All because I hadn’t yet returned to the habit of wearing a hat outdoors.

It’s the same thing with, for instance, shorts. By the time summer took its leave last year, you were used to wearing shorts outside, had a sufficient tan that you didn’t need to slather on the sunblock every single time you went outside for more than 10 minutes?

Now, though? With those pasty white legs? Even that darker skin isn’t going to protect you as good as it did after a summer’s worth of sun. Start slow. Put on a lot of sunscreen when you wear shorts. Make sure to put it on the back of your knees, work it up under the end of the shorts so you don’t expose untreated skin when you sit down. Wear sunscreen on your arms, on your face and head.

Nobody wants skin cancer, but getting a sunburn a couple of times a year is a good way to get a nice crop of cancers started. It’s not a good thing, dudes. To avoid a lot of the risk, just be covered — either in sunscreen or UVA-blocking clothing.

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Forget The Apple, Take An Aspirin A Day

I’ve probably already spoiled the reveal here, dudes, with that lousy headline, but there’s this 2,000-year-old wonder drug that can help keep you alive when you’re having a heart attack, or even help you prevent a heart attack in the first place.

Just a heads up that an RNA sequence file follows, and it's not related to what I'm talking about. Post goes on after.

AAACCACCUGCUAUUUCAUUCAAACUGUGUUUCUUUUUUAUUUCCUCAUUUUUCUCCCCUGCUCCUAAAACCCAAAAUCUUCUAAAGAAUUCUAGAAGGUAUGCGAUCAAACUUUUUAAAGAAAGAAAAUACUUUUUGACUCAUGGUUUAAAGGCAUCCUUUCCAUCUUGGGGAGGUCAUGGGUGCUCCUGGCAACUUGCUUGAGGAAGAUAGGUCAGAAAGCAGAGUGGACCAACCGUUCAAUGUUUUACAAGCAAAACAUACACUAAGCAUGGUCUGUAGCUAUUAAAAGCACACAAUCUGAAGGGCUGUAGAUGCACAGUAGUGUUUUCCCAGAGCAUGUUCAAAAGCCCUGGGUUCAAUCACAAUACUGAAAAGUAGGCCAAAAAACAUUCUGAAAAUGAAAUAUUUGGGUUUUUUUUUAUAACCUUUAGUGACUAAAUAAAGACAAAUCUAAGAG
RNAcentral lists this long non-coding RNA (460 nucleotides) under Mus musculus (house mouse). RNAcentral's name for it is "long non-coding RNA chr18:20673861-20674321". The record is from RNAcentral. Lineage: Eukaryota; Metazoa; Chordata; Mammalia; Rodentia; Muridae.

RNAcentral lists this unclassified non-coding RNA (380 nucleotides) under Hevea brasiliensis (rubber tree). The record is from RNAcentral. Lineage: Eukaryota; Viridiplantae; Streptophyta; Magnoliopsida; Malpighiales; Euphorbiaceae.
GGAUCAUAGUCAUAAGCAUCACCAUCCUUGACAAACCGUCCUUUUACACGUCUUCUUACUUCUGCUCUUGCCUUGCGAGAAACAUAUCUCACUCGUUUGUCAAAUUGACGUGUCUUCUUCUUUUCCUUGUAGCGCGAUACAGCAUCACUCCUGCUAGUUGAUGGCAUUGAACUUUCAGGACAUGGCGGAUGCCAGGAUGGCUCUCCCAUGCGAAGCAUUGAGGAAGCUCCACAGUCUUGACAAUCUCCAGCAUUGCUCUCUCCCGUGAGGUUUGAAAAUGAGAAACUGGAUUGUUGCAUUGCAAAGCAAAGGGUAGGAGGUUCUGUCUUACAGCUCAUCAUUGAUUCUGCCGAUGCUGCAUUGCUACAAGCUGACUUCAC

Yeah, it’s called aspirin. You get no dude points for guessing that one, considering I not only used it in the title, but in the preceding paragraph. Sorry.

Look, dudes, let’s just get into the story and I’ll stop messing around about the guessing games. Sound good? All right.

Developed in 1897 by the German chemist Felix Hoffmann, aspirin, or acetylsalicylic acid, has long proved its value as an analgesic. Two millenniums before that, Hippocrates, the father of modern medicine, used its active ingredient — which he extracted from the bark and leaves of the willow tree — to help alleviate pain and fevers.